That’s the way you got to think about it. In these potentially scary economic times coming, the economy getting a little freaky, if you’re a pessimist or a skeptic, then you should be doing this anyway. If it all goes to hell, then you have a rainy day fund ready for when things go bad. Think about it. If the financial apocalypse happens and you start saving now, then you’ve got options to survive the mayhem. If everything falls apart and your future looks shaky, maybe your company struggles and your job is going to be in jeopardy. Budgeting means that you have a nest egg set aside so you can have some safety money if you need to job hunt or cover for a little while when you don’t have a paycheck coming in.

It gives you a nest egg so if you decide that you want to bail and get out of town on a vacation and forget your troubles, you’ve got that. If you are lucky enough to remain stable while the economy gets a little rocky, then you’ve got a savings account set up. You can take advantage of things as rich people do.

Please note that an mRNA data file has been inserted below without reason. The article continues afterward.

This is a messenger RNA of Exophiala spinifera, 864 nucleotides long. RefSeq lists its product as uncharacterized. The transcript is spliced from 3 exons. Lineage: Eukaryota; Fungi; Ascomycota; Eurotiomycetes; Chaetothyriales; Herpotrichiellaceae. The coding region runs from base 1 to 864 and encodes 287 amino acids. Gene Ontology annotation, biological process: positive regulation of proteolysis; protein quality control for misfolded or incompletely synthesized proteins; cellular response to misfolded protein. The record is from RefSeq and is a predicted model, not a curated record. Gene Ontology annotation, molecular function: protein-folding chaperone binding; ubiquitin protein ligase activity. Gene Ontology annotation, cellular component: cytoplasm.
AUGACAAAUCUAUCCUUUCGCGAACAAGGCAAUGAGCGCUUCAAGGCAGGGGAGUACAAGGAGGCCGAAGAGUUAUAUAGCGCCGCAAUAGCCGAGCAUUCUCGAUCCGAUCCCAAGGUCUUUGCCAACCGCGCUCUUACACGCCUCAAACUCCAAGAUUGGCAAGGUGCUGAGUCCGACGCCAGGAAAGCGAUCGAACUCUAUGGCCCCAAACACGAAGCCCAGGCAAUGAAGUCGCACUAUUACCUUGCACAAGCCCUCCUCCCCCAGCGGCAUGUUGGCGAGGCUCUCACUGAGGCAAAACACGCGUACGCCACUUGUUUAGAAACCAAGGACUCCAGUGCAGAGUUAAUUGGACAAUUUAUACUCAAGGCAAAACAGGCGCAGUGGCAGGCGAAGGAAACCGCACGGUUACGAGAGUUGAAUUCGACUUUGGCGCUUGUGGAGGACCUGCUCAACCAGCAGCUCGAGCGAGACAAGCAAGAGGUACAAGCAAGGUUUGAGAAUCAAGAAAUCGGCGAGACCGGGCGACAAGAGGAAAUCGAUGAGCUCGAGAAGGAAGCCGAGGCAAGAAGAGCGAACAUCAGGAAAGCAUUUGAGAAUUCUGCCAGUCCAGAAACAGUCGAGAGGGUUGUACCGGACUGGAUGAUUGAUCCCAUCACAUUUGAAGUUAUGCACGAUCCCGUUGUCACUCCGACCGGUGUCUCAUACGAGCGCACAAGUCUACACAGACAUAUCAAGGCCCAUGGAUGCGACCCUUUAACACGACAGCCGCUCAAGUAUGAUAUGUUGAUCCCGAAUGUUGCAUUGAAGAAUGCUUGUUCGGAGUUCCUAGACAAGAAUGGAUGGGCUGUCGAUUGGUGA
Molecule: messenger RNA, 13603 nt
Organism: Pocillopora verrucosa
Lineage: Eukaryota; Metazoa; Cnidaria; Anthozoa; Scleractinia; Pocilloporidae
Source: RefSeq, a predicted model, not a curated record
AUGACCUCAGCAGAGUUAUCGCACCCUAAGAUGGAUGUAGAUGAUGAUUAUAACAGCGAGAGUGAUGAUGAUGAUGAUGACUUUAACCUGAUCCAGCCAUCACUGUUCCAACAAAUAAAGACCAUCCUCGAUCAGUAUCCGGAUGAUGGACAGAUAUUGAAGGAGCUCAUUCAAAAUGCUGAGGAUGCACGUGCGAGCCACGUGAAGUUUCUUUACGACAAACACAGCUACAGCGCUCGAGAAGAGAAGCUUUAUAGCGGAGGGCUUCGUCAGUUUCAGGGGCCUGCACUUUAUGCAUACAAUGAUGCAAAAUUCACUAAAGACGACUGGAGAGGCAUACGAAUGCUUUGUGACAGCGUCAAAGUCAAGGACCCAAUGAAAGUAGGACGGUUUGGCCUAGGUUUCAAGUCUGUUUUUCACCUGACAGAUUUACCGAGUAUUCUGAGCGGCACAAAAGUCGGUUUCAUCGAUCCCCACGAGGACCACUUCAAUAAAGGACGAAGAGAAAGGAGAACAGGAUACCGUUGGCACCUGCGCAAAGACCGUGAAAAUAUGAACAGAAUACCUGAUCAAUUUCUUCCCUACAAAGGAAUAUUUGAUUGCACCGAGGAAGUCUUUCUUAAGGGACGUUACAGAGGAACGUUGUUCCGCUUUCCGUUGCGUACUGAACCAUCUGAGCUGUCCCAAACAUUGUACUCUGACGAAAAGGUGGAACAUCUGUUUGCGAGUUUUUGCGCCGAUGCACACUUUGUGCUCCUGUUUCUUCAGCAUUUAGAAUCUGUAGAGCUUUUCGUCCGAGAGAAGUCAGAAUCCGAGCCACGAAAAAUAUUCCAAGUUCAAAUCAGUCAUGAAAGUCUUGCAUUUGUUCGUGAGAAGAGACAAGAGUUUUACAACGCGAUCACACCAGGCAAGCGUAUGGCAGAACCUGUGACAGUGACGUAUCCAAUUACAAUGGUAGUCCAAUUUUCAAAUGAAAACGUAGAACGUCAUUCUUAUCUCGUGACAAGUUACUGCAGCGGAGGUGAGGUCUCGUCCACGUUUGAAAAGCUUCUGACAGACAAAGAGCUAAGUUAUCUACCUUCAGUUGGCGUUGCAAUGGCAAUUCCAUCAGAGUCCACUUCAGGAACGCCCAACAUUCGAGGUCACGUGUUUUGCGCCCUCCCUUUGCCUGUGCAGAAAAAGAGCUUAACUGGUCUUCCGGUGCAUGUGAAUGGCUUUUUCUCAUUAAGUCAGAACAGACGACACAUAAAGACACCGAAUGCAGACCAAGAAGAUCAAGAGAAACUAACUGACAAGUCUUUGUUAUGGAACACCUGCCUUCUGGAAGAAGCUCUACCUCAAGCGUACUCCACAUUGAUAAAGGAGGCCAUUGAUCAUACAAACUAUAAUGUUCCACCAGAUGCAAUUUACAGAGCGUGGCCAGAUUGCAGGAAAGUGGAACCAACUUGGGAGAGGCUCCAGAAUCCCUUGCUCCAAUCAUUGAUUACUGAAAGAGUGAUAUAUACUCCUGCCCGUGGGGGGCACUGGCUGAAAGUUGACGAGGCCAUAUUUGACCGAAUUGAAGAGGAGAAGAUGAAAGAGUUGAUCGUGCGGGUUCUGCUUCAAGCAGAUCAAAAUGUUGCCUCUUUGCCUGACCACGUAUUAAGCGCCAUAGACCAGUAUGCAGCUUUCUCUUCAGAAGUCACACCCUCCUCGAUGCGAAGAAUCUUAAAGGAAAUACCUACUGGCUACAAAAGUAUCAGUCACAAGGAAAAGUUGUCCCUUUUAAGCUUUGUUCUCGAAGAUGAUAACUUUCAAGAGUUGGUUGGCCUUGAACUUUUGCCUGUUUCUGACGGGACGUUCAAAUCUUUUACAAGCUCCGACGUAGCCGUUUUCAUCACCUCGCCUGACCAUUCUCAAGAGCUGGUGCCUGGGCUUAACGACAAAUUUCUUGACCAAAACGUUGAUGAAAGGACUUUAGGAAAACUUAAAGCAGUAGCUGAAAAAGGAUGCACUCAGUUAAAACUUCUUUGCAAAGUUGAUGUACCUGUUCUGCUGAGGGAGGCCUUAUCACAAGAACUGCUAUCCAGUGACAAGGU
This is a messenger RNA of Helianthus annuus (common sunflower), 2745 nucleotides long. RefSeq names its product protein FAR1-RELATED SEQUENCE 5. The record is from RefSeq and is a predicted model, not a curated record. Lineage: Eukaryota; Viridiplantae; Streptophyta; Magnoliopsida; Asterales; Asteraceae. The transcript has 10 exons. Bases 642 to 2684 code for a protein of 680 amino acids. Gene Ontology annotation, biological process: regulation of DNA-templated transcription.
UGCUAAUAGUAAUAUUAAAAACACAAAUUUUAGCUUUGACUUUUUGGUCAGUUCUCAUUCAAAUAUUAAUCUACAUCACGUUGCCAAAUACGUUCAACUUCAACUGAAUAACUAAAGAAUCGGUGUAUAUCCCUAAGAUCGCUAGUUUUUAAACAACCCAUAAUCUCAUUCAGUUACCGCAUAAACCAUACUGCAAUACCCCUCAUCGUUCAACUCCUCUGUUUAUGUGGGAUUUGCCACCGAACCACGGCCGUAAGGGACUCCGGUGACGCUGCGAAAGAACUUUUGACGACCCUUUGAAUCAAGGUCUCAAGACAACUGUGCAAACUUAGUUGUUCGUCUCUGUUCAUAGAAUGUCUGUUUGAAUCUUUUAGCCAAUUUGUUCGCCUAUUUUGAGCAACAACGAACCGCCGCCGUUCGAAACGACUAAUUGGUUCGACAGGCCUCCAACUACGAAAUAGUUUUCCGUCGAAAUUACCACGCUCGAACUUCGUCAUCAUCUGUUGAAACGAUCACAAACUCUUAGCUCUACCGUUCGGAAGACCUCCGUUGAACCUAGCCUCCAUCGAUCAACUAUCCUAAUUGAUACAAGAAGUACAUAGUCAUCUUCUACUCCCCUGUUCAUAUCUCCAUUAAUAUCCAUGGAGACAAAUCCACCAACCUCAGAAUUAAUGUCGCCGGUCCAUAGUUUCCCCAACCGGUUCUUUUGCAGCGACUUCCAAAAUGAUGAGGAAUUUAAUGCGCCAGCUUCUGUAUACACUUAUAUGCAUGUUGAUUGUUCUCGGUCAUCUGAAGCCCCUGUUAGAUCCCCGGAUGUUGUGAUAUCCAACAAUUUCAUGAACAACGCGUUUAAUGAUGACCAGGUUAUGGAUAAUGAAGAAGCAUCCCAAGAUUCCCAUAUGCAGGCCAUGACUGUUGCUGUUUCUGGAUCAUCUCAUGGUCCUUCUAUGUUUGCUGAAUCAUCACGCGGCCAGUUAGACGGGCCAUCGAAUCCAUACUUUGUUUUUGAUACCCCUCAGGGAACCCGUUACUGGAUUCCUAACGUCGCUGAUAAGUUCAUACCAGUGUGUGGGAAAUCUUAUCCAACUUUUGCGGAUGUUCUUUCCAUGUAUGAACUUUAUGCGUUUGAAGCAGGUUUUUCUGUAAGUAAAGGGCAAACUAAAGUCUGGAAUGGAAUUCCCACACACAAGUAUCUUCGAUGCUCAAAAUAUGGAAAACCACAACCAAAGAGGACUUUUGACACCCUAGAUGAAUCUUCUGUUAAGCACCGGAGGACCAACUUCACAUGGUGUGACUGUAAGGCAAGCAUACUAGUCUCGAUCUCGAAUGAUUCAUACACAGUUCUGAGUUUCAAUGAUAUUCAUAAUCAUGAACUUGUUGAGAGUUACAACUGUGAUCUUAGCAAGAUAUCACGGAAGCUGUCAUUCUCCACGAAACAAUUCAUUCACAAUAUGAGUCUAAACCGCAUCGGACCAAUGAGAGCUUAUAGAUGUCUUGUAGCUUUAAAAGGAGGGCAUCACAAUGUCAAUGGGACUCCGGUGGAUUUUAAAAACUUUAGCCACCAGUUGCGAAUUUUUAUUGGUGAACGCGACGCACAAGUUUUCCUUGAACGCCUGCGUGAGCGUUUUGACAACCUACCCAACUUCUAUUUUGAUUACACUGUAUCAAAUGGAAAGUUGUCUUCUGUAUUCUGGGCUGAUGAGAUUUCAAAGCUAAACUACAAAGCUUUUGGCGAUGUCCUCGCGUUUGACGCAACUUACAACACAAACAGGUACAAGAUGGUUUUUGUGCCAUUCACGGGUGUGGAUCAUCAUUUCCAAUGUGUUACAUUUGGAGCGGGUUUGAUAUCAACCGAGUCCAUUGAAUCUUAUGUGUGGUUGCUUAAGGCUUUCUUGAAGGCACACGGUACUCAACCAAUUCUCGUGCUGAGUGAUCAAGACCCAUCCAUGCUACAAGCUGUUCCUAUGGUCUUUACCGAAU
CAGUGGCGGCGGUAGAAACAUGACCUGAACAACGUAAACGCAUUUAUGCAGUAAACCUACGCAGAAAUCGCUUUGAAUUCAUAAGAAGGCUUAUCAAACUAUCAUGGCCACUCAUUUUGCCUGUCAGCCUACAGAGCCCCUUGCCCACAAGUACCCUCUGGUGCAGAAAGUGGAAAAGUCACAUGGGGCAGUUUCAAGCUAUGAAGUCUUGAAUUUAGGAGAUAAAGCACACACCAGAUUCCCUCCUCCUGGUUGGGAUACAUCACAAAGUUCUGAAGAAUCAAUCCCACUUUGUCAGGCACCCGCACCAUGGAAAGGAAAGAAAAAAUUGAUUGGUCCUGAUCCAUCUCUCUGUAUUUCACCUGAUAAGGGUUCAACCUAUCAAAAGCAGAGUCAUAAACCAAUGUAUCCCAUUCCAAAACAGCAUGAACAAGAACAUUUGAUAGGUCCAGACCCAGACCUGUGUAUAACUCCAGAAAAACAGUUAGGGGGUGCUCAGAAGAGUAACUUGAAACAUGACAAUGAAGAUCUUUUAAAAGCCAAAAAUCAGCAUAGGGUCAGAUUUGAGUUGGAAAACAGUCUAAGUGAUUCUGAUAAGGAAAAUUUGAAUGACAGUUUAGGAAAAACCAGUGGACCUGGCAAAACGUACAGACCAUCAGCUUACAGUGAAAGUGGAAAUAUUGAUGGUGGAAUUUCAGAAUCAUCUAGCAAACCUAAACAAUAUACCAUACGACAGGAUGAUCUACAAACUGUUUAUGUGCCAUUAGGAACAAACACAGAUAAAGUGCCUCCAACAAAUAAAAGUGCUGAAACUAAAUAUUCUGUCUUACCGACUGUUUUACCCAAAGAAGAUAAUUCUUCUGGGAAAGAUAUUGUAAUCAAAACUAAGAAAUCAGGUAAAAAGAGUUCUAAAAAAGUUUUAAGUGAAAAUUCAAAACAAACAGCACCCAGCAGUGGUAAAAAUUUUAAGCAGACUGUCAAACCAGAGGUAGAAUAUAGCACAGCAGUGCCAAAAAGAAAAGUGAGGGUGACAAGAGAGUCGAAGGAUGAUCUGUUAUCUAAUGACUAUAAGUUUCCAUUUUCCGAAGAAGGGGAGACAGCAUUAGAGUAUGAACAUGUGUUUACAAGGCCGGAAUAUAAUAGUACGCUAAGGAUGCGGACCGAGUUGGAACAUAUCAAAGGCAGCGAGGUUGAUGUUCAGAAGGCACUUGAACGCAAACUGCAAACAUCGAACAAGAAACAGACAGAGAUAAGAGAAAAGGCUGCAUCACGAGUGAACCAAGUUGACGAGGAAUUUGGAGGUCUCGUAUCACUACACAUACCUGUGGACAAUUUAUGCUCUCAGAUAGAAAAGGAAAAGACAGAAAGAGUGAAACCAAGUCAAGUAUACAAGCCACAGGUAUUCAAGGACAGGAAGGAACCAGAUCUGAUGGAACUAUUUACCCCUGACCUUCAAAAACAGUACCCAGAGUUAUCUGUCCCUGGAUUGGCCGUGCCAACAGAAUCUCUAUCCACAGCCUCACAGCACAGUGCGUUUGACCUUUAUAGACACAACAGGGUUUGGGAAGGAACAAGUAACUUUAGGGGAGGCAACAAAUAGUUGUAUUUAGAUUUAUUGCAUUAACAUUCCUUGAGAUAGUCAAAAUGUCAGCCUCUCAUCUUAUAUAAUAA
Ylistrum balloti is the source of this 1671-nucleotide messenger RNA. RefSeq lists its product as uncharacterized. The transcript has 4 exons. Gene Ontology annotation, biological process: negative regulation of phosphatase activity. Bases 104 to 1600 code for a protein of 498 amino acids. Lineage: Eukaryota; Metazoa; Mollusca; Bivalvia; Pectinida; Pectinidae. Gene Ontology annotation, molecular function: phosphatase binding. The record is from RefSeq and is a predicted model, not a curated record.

If that shaky economy gets the housing market to start flattening or correcting because maybe the buyer pool is shrinking as others struggle, less competition means easier buying and better pricing for you. There is no downside to starting the B word and starting budgeting now. Don’t say I didn’t tell you about it. Using that budget will help you prepare. In the worst case, you’ve got some coverage for the economic downturn.